A fire burning at Victoria’s Hazelwood coal mine is exposing local residents to dangerously high levels of pollution, poisonous gases and fine, airborne particles which can cause illness, say doctors.
On Saturday, the Environmental Protection Authority recorded an air quality reading of 1326 for parts of the Latrobe Valley, about 90 minutes south east of Melbourne. Anything above 150 is considered “very poor”.
Local medicos said residents were breathing in toxic gases like carbon monoxide and heavy metals such as mercury. Dr Peter Tait of the Public Health Association of Australia said authorities should put every effort into extinguishing the fire, which has been burning since February 9, to reduce the risk to people’s health.
“We know from the extensive health and medical literature over many decades that burning coal poses serious adverse health risks for people in proximity to power stations and even for communities quite distant from the source,” said Dr Tait.
With air quality deteriorating over the weekend, Colin Butler, a professor of public health at University of Canberra, questioned why residents of Morwell had not been ordered to leave the district.
Air quality index Morwell Vic again exceeds 1000 (1326) 18.00-19.00 tonight Why don’t authorities evacuate town? http://t.co/lm5WiKij0C
— Colin David Butler (@ColinDavdButler) February 22, 2014
But the Country Fire Authority told The New Daily there was no timeframe for extinguishing the blaze, which is partly burning underground.
“The fire will not be extinguished in days,” said a spokesperson at the State Control Centre. “It is more likely to be weeks, but we cannot say when the fire is expected to be out.”
Victorian Greens leader Greg Barber said Morwell should be declared a state of emergency as smoke continued to blanket the town.
“The first responsibility of a government is to protect its people and that is not happening in Morwell,” Mr Barber said.
Victorian Health Minister David Davis denied this and said the situation was being treated as an emergency.
While the EPA measures air quality, it does not monitor the levels of fine particles being released into the atmosphere, which Dr Jo McCubbin says can be very harmful to human health.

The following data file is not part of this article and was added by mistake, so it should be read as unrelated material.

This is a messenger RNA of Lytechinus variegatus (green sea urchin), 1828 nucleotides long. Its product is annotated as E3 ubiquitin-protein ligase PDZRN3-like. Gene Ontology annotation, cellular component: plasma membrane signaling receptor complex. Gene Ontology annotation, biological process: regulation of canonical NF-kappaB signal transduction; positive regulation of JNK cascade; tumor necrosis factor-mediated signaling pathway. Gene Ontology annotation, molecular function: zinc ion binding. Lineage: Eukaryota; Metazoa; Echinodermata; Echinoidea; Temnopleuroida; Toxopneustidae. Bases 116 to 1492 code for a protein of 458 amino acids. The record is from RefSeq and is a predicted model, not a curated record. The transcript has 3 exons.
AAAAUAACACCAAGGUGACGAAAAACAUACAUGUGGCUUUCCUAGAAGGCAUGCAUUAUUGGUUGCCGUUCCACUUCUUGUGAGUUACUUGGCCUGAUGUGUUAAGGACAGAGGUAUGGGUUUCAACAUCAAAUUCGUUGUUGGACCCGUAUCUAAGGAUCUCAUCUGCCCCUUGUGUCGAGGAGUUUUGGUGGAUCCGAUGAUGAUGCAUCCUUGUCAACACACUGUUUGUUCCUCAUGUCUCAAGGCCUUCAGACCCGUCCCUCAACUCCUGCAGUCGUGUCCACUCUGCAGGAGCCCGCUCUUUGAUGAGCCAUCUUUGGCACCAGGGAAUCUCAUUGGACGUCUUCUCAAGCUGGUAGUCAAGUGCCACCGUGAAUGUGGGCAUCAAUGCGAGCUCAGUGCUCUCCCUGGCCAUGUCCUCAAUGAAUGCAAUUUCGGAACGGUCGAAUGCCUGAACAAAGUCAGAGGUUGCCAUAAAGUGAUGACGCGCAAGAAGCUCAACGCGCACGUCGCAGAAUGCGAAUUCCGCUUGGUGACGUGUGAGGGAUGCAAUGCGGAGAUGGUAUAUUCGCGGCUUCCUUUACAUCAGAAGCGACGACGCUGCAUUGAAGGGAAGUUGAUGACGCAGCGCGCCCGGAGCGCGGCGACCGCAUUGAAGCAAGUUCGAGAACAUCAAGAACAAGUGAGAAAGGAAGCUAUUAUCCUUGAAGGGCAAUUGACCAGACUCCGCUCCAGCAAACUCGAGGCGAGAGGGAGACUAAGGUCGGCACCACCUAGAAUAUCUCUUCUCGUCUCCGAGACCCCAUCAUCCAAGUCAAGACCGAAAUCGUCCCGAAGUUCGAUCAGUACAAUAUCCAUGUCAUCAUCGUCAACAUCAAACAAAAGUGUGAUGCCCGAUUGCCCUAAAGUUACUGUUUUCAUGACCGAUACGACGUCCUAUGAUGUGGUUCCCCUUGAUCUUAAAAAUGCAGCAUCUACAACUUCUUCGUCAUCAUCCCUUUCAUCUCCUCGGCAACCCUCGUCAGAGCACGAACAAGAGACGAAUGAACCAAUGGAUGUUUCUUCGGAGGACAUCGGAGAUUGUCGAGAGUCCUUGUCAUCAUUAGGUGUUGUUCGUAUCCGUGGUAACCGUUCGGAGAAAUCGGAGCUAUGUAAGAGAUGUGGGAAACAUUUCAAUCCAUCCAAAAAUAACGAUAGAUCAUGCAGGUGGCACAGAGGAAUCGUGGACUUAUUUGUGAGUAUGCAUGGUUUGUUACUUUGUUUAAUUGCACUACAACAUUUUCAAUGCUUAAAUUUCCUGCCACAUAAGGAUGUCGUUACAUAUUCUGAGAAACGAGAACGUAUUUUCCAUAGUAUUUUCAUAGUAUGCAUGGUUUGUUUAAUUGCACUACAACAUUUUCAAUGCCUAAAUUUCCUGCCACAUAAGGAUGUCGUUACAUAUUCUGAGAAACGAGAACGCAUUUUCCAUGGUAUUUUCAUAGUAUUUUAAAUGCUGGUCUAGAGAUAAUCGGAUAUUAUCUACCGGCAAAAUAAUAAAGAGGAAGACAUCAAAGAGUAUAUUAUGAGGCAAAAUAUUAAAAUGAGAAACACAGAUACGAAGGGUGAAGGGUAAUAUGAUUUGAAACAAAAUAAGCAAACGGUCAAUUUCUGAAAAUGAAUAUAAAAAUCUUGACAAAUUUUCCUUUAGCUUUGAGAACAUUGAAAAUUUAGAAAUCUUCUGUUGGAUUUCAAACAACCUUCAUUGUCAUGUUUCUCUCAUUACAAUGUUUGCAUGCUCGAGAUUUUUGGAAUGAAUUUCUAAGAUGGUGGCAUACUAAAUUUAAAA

“They are so small that they may get into the blood stream via the lungs and can be transported beyond heart and lungs, to sites like brain and kidneys,” Dr McCubbin, a local paediatrician, wrote in a letter to Victorian Deputy Premier Peter Ryan.
“Airborne pollutants may be inhaled, or may deposit on our veggies or into rivers and reservoirs, so we may inhale, drink or eat them too.”
Dr Tait said decisions at Hazelwood by the state government and the mine operators had put the local community at risk. In particular, the removal of a sprinkler system which may have helped to contain the blaze.
“The government has allowed firefighting sprinkler equipment to be removed, leading to such a serious situation for public health. Further rehabilitation of the mine site, which would have removed this threat, had not been undertaken,” he said.
“This is a serious failure of government to ensure infrastructure is in place to protect the health of Victorians.
“We know from the extensive health and medical literature over many decades that burning coal poses serious adverse health risks for people in proximity to power stations and even for communities quite distant from the source.”
The CFA acknowledged that the fire was difficult to manage, and that efforts to tame it must balance the requirements of the local community with the costs of shutting down critical infrastructure, like the coal-fired power station which sits close to the fire site.
The CFA spokesperson said one way of extinguishing the fire – flooding the mine – was not feasible because it would halt production at the mine and could shutdown the power station, which produces about 25 per cent of Victoria’s base load electricity.